Looking the other way, the southern gang is furiously inserting clips, using the materials John has already laid out.

We're now some way from the stop board, which is rather satisfying. We gave ourselves an unofficial little target, which was the insulated block joint, about half way along this 500m section.



It has a little tale of its own. The IBJ is quite a long fish plate, so the sleepers have to be underneath it. In order to get the Pandrol clip in, the fishplate has a hollowed out section (here between the first and second bolts) and you make allowance for this when you lay the track and space out the sleepers.

Then, along comes a team and stresses the rail. This now moves along a bit. Darn !

The sleeper now has to be dug out again, and moved 6 inches to the right.

Here's a look at the bit we did this morning. Doesn't it look neat! Every clip is hammered home, a long, long row of them, four to a sleeper.
Another visit from the DMU, now in the distance. It's just moving off again (cough).

Although the southern gang intended to stop at the IBJ, the northern gang was so close that we pressed on and here you see the two gangs meeting, the whole stretch done! Smile, chaps! The southern 500m are now clipped up, now for the 500m north of the bridge. That's for next week.


Broadway works

For several days last week Steve, supported by a volunteer dumper driver, worked to prepare the trackbed north of the station for the first supplies of ballast here.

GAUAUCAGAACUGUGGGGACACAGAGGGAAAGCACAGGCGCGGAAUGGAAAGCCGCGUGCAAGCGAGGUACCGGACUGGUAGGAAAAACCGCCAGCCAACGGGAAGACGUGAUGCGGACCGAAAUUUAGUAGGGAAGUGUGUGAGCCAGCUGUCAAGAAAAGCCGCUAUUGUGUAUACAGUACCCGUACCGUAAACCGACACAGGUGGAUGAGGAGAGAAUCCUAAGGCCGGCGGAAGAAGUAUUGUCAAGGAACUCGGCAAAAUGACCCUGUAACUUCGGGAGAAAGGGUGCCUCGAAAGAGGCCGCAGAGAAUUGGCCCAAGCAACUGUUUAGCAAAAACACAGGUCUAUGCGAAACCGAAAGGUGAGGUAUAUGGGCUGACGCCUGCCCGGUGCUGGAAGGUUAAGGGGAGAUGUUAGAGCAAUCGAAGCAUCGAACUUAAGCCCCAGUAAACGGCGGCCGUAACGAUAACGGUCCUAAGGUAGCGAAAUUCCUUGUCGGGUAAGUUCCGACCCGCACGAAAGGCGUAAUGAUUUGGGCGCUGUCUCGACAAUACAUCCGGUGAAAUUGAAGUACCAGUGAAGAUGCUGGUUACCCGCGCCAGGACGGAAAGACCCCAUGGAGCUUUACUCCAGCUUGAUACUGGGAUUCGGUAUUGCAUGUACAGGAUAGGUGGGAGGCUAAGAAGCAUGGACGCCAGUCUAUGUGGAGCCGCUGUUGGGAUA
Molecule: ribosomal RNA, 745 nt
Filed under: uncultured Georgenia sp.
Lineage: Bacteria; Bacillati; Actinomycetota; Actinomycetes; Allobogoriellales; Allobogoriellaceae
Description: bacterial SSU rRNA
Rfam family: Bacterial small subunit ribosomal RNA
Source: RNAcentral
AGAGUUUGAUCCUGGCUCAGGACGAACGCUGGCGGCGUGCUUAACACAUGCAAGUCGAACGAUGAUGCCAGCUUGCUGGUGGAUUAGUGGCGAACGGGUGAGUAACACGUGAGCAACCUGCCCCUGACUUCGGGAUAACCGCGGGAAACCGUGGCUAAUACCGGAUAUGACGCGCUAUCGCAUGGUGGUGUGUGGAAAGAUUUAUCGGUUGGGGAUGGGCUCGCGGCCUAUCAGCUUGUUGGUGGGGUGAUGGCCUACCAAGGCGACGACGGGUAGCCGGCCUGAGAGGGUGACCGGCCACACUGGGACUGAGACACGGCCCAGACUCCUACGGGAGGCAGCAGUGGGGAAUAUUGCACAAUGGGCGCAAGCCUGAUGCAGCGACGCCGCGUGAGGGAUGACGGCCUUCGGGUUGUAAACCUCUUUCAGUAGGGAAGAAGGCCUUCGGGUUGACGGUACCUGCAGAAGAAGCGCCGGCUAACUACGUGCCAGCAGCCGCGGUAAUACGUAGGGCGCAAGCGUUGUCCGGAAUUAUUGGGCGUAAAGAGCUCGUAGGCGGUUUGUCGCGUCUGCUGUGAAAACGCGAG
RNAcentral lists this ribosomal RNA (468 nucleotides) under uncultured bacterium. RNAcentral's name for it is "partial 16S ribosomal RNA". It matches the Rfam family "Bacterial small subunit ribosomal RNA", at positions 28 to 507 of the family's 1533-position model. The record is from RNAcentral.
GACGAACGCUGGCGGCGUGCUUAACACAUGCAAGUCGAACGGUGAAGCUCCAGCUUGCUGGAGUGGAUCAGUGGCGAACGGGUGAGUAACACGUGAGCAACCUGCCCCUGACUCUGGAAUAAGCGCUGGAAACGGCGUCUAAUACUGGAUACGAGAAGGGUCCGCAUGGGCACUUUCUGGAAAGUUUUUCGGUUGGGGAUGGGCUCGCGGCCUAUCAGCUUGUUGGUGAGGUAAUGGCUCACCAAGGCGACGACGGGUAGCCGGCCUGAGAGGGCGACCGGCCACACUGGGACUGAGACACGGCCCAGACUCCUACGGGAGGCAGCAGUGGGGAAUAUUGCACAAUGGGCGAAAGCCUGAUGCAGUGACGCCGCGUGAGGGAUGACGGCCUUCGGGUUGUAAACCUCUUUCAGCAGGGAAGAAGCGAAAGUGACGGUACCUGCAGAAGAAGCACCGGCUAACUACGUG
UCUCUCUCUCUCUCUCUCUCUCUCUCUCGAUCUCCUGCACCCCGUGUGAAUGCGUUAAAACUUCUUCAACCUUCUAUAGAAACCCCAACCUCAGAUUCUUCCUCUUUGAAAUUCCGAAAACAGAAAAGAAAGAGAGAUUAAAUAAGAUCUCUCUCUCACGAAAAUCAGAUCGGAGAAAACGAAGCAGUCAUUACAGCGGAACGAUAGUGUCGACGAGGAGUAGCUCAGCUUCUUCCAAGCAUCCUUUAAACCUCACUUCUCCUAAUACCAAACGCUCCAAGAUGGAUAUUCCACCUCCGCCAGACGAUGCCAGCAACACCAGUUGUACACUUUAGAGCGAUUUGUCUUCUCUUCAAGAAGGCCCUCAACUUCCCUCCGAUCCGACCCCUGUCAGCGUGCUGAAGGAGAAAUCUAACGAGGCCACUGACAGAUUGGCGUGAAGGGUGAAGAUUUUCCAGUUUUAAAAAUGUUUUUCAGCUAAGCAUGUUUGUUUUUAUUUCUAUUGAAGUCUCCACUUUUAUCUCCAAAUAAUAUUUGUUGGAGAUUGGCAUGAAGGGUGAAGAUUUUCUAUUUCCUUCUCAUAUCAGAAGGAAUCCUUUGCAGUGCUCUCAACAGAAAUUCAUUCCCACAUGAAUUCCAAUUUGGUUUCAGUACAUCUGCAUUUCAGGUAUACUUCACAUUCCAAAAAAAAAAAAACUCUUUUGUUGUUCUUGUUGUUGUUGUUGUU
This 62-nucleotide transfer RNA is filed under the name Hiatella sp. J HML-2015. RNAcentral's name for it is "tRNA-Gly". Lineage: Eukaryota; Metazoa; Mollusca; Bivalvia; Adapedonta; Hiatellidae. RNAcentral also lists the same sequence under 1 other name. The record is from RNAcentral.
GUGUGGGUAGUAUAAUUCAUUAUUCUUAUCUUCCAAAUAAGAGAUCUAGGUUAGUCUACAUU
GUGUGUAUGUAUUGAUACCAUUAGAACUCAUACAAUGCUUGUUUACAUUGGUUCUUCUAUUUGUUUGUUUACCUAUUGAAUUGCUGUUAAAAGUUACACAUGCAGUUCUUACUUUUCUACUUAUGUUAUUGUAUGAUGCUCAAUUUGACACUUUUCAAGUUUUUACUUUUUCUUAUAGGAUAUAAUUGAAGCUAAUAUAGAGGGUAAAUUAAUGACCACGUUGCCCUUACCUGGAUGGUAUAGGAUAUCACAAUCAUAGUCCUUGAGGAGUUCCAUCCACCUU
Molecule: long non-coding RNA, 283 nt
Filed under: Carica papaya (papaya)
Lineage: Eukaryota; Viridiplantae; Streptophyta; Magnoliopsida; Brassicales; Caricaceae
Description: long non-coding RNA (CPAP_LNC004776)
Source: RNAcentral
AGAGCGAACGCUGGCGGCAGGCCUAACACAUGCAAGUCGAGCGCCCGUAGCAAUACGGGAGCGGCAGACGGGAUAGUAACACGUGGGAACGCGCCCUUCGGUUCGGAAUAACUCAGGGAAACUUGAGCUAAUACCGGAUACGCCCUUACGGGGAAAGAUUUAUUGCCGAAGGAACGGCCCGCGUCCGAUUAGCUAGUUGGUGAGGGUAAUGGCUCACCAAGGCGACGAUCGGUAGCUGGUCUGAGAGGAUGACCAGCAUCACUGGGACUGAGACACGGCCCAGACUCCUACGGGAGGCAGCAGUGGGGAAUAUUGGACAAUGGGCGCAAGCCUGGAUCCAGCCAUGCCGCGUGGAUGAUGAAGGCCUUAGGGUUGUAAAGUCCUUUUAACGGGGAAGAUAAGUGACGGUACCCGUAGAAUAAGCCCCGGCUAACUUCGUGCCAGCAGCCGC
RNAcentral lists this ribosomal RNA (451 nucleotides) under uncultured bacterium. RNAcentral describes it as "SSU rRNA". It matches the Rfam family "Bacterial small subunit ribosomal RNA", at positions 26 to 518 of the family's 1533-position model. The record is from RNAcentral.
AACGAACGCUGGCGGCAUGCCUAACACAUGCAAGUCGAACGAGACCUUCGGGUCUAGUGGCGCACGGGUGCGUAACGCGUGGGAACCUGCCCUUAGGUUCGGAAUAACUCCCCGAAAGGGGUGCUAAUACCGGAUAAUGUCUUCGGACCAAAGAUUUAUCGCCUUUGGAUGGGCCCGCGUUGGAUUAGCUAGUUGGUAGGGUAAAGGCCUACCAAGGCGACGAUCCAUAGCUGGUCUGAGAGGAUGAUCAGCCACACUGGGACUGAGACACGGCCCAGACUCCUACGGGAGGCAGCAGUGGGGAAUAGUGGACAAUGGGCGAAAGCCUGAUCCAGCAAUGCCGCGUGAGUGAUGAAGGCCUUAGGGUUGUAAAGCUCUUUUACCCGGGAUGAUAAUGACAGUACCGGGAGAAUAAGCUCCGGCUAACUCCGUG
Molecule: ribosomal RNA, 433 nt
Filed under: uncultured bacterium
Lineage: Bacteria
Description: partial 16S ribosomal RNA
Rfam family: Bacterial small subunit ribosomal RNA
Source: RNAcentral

By Friday, the 350m stretch had had its edges dug out and tidied, and the trackbed levelled. A lot of earth and spent ballast from the edges was ferried away, inter alia to make a new approach road to the embankment at Childswickham.






The trackbed now looks quite wide. The rear half will have track ballast dropped on it straight away, while the nearer half will need a supply of type 1 to bring it up to ballast level. The different levels to be achieved are highlighted on the post in yellow and blue. Once the new ballast is in, the rail from Chldswickham will be dragged over, as well as two buffer stops.

Watch this space !

Wednesday, 22 March 2017

Stressing at Laverton

Today was the big day, when a maximum of volunteers was needed. Annoyingly, it was also a day of maximum rain, but we ploughed on regardless. Heavy squalls were forecast. We had four of them during the day, and one was already in progress at 08.30 when Haigh Rail started work on stressing the rail at Laverton bridge.

The pictures don't show you the falling rain, but rest assured, it came down OK. The faces tell their own story.

This then is the stressing unit, a pair of hydraulic rams operated by a pump and a small Honda motor. It's amazing what power can come out of such a small machine.
One rail is stressed at a time, and you can see the two gaps in question at the pulling point.


The first thing to do, after setting up the unit, is to measure the gap between the rails.